Off the Diabetes Wagon?

Ginger Vieira Health Guide
  • Don't you love it when you're doing everything a great diabetic should be doing?


    You're checking your blood sugars when you wake up in the morning, before bed, and before every meal -- maybe even an hour afterward, too. You're taking your insulin on time and counting all your carbs and avoiding French fries and ice cream and pizza. And you're even going to the gym every morning and taking the stairs when you've gotta get to the third floor.


    And then-SWOOOOSH, FLOP, DROP! -- you've fallen off the Diabetes Wagon.


    You slide back into a few of your old habits. French fries. Checking your blood sugar when you get around to it (‘cause, ya know, we're good at guessing our blood sugars by now, right?) You're taking your insulin a half hour after dinner and you change your infusion site every four days instead of three because you still have so much insulin left in there....

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    Now, we've all got many different reasons for what helps us fall of the wagon, and I think many of them stem from two basic issues:


    Stress: When I'm stressed out by school, or work, or relationships, or family, my diabetes can be the one to suffer. When I'm stressing about getting out of bed on time to make it to yoga on time so I can make it to the library with enough time to write a paper and get to class, you can bet a I tend to cut a few corners by not checking my blood sugar in the morning.


    Maybe your daughter is getting married or your son is failing three classes. Maybe your husband is traveling a lot for work and the new puppy refuses to pee anywhere but the living room carpet. Maybe you're studying for the MCATs or you just got a promotion at work (congrats)...but with it came an extra two hours of work every day.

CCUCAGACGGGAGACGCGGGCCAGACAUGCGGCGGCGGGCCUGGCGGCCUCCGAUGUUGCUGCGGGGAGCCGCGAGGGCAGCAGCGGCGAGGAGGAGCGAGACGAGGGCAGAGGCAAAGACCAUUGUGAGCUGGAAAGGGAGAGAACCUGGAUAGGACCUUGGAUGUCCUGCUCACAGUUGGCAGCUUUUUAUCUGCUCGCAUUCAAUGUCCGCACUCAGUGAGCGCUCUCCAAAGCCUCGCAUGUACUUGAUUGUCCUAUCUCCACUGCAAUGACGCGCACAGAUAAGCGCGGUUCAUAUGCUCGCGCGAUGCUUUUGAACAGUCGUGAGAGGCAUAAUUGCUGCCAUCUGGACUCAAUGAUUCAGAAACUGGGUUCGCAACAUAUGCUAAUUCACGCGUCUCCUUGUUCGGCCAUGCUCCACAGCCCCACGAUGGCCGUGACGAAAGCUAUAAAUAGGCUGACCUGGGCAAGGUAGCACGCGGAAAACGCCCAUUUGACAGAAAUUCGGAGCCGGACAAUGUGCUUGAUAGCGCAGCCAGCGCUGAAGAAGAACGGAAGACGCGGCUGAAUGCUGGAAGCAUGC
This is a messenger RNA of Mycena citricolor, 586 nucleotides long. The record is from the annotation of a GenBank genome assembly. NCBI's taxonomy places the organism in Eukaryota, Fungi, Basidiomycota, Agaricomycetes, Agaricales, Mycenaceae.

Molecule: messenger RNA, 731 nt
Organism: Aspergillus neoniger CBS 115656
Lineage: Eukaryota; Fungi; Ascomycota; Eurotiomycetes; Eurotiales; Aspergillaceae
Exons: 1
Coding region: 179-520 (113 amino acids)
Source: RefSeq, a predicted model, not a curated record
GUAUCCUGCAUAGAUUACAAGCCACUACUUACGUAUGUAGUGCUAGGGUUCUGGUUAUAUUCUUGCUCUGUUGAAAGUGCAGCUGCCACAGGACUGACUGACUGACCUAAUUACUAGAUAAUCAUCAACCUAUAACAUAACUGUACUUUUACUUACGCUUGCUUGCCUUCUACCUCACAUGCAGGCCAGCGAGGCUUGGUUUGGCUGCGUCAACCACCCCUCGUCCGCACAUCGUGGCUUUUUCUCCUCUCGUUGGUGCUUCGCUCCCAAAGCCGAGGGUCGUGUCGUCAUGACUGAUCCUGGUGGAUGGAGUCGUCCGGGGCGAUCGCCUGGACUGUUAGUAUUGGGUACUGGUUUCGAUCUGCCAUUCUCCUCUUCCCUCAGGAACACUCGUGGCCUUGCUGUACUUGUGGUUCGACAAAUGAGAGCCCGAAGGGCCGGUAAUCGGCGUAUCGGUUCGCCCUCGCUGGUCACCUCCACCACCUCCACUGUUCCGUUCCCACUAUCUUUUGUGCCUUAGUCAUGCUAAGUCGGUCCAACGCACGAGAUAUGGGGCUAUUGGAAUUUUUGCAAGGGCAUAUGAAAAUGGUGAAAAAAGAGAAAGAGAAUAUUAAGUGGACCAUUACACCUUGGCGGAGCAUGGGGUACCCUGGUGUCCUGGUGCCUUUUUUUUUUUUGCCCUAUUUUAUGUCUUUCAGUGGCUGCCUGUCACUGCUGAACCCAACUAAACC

Whatever the stressor is, we might tend to compensate by making diabetes a little less consuming.


    Exhaustion: We've already agreed upon the fact that diabetes is an intensive disease to care for and requires a lot of attention. So maybe you're just plain tired of it? Maybe, for a few weeks (or longer?), you find yourself not making your blood sugars a priority because you simply just want to do as little as possible to get by for a while. Junk food starts appearing in the cupboards again, and Chinese Take-Out becomes a tolerable choice for dinner. And you know, your blood sugars never come out the way you really want them to, so why bother at all?





    One of my biggest motivations is my endocrinologist. I quite simply just want to make her happy! I want to see the nurse's eyebrows rise in delight when she checks my blood pressure. I want to see the proud look on my doctor's face when my A1C comes back under 7.5 and the appointment ends with her saying something like, "Great. Just keep doing what you're doing."


    However, that's not always enough.


    When you're really trying to get back on the Diabetes Wagon and incorporate (or re-introduce) those healthy habits back into your life, I have a few small suggestions.